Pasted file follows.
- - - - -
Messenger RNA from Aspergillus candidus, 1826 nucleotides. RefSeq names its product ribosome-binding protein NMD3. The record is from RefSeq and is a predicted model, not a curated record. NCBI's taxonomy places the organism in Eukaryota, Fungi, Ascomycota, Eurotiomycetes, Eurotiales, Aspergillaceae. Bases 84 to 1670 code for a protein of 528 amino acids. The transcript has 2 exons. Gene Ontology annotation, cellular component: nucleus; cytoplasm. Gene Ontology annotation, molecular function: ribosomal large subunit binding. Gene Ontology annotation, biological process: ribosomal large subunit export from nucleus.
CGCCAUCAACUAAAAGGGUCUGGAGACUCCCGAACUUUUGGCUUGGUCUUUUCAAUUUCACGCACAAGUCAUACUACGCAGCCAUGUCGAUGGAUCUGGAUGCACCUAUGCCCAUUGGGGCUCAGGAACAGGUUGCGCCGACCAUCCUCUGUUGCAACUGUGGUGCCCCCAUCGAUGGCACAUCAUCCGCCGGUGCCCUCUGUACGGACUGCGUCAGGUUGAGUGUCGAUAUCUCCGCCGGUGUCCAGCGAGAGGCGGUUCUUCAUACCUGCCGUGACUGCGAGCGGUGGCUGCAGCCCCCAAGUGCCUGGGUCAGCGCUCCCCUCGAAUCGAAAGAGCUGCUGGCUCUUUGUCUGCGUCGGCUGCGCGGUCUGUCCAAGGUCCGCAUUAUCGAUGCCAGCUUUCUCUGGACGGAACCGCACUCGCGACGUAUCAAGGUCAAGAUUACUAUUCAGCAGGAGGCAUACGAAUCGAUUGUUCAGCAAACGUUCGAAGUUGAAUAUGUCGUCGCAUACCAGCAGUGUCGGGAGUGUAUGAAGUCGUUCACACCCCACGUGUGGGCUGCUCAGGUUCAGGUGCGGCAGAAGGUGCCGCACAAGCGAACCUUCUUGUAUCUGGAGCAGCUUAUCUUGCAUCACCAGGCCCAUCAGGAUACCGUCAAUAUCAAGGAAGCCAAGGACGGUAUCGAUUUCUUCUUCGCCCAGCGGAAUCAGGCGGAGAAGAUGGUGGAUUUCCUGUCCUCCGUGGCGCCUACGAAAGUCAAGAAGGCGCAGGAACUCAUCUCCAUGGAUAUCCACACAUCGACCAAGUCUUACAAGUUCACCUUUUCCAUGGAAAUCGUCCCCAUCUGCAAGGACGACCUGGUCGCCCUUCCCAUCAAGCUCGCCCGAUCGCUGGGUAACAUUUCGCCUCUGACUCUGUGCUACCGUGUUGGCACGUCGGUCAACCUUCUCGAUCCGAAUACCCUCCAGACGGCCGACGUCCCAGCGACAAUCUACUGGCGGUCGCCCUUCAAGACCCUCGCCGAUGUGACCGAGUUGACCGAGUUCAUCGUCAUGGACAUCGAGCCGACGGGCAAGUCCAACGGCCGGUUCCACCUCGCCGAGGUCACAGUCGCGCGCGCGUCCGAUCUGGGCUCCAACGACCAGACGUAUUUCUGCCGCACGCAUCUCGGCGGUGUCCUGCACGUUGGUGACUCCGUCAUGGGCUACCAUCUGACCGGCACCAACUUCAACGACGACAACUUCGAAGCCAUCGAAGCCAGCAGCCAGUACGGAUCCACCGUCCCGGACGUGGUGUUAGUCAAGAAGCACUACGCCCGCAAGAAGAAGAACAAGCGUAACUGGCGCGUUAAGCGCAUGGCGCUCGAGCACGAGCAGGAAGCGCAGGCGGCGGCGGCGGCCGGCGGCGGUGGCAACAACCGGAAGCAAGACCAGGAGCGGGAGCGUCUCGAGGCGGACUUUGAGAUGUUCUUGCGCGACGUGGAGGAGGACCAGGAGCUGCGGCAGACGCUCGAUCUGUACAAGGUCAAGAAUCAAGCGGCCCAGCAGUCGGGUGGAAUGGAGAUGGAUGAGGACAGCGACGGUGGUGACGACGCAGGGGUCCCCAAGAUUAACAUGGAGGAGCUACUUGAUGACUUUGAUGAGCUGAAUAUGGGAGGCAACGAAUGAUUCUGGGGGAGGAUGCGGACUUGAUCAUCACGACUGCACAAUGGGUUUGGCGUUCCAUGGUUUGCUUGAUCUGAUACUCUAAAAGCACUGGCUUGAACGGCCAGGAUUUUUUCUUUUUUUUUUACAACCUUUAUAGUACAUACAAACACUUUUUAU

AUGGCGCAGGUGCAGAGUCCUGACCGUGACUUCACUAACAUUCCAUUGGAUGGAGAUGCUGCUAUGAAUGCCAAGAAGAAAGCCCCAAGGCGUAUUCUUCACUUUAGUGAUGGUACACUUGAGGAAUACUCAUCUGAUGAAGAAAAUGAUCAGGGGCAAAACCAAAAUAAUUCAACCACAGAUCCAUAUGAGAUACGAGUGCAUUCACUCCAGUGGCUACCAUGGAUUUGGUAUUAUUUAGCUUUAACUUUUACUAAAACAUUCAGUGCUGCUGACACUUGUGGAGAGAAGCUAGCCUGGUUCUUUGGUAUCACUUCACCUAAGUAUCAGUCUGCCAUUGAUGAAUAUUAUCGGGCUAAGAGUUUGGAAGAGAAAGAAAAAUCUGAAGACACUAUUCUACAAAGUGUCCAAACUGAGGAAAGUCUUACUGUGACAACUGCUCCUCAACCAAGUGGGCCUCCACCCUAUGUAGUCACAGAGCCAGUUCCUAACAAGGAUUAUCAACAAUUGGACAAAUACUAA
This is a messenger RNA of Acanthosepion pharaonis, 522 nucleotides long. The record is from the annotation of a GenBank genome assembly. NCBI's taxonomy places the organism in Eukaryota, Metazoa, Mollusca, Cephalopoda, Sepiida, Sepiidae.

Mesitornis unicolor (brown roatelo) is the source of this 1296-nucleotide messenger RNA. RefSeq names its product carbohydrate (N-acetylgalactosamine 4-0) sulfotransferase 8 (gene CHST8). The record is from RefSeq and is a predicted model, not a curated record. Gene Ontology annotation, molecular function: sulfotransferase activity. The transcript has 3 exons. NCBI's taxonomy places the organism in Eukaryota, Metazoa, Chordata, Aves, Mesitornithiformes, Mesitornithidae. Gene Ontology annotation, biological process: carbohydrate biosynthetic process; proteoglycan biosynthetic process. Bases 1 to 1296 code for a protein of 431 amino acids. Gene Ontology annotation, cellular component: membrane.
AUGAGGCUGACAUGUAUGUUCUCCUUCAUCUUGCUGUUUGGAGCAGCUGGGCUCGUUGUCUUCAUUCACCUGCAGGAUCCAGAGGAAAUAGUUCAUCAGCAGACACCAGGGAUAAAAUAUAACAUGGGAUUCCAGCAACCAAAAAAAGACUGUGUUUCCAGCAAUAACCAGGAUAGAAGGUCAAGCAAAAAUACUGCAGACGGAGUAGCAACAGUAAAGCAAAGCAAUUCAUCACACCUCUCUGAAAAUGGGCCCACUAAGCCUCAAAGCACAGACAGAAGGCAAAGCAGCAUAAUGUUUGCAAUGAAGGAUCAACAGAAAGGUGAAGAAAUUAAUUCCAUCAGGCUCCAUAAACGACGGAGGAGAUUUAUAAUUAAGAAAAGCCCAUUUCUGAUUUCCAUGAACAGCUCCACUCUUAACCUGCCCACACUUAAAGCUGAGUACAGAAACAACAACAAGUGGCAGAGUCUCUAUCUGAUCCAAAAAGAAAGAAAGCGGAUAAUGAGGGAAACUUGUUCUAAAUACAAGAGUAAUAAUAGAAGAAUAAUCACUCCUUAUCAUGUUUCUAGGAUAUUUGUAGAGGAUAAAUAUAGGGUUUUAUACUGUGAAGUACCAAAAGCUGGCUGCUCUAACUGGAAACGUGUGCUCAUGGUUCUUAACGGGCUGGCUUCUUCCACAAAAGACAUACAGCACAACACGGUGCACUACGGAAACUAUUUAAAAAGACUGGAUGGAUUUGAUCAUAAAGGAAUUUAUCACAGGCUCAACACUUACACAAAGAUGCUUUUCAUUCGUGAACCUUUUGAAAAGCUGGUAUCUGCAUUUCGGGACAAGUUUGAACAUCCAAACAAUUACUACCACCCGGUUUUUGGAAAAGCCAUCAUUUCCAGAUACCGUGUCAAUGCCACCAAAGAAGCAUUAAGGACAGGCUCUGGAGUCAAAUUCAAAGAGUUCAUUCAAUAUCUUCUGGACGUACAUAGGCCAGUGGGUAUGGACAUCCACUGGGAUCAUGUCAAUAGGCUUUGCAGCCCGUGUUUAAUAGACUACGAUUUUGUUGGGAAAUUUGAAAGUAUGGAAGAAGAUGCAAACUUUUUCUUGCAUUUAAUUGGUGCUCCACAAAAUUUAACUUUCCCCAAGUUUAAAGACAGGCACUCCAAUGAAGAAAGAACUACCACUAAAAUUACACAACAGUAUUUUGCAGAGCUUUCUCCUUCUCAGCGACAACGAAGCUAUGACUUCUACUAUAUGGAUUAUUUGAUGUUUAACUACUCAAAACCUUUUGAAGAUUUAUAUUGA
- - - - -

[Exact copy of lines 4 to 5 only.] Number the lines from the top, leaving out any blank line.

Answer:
This is a messenger RNA of Acanthosepion pharaonis, 522 nucleotides long. The record is from the annotation of a GenBank genome assembly. NCBI's taxonomy places the organism in Eukaryota, Metazoa, Mollusca, Cephalopoda, Sepiida, Sepiidae.

Mesitornis unicolor (brown roatelo) is the source of this 1296-nucleotide messenger RNA. RefSeq names its product carbohydrate (N-acetylgalactosamine 4-0) sulfotransferase 8 (gene CHST8). The record is from RefSeq and is a predicted model, not a curated record. Gene Ontology annotation, molecular function: sulfotransferase activity. The transcript has 3 exons. NCBI's taxonomy places the organism in Eukaryota, Metazoa, Chordata, Aves, Mesitornithiformes, Mesitornithidae. Gene Ontology annotation, biological process: carbohydrate biosynthetic process; proteoglycan biosynthetic process. Bases 1 to 1296 code for a protein of 431 amino acids. Gene Ontology annotation, cellular component: membrane.